The Kopka River is so dissimilar to the northern park from which it drains. Wabakimi Provincial Park is relatively flat, even mundane at times. The Kopka resembles something you’d witness in the depths of the Amazon. It is a wild and remote river that begins like an enlarged stream, but spreads out into a massive piece of water and rushes over a series of abrupt waterfalls (seven in total) where portages require climbing gear!
You can take a bush plane to the upper limits, or take the train and work your way to the river via a series of small lakes. You can also end the trip at the road into the town of Armstrong, or choose to paddle for another week to where the river empties into the northeastern tip of Lake Nipigon. Either way, it’s an adventure you’ll never forget.
Prince Edward Island
The Hillsborough River is Prince Edward Island’s largest river system, nearly cutting the island in half. It’s a massive piece of water to paddle and was made a Canadian Heritage River due to its historical and ecological significance. Paddling it is a bit of problem, however. The majority of the river is influenced greatly by the tides of the Northumberland Strait, the banks are mostly made up of giant salt marshes and its vast expanse of water makes it more of a kayak destination than a canoe trip.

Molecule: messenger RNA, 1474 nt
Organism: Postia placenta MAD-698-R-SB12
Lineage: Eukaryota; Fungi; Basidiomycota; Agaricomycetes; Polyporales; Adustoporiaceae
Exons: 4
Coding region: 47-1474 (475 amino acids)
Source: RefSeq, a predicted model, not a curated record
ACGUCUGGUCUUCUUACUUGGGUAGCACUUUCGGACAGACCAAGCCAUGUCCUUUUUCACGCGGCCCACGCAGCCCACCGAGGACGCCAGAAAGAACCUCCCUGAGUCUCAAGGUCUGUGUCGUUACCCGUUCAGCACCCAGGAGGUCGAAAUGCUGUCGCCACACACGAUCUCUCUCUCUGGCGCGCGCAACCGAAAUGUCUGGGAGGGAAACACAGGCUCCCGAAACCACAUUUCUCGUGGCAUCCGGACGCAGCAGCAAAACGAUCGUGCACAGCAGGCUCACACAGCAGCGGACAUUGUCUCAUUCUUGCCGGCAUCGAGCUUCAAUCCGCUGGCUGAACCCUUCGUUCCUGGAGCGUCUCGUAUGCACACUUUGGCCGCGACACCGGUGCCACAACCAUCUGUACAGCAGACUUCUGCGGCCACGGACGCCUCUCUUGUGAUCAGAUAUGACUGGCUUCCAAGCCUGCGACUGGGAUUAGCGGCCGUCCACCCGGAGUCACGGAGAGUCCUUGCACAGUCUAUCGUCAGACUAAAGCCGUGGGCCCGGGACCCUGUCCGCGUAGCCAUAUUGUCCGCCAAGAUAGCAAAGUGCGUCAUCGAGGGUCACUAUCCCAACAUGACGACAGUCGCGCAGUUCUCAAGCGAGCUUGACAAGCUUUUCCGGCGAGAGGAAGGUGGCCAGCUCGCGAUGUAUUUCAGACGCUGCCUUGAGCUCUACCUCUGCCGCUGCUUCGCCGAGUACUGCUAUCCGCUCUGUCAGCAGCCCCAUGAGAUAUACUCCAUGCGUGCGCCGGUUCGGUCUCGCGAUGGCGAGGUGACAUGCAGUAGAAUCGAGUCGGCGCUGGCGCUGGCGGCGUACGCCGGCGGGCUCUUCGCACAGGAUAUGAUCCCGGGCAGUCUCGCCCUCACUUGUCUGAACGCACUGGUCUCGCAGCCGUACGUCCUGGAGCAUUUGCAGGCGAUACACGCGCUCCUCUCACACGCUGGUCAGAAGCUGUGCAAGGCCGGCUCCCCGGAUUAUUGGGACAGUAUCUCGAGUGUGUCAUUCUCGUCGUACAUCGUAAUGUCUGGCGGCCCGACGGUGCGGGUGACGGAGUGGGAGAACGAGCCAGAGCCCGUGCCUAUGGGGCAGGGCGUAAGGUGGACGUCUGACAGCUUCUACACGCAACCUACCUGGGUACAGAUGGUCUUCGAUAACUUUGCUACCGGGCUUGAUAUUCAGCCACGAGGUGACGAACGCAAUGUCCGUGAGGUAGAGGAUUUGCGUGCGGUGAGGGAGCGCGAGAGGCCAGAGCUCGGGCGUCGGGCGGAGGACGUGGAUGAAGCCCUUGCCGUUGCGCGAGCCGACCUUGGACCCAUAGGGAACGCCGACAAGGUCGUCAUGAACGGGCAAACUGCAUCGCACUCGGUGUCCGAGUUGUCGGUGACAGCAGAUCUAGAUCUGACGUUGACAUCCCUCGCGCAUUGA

My suggestion is to head to the upper reaches and add on a tributary stream or river—the Pisquid River is perfect. It’s located in the northeastern corner of the island, free from Anne of Green Gable tourists. The entire river is a nature preserve, rich with shorebirds and soaring bald eagles. It’s still a tidal river; but it’s also just a day trip. This allows you to stay a night in a nearby B&B and soak in the true culture of PEI—the people who live there.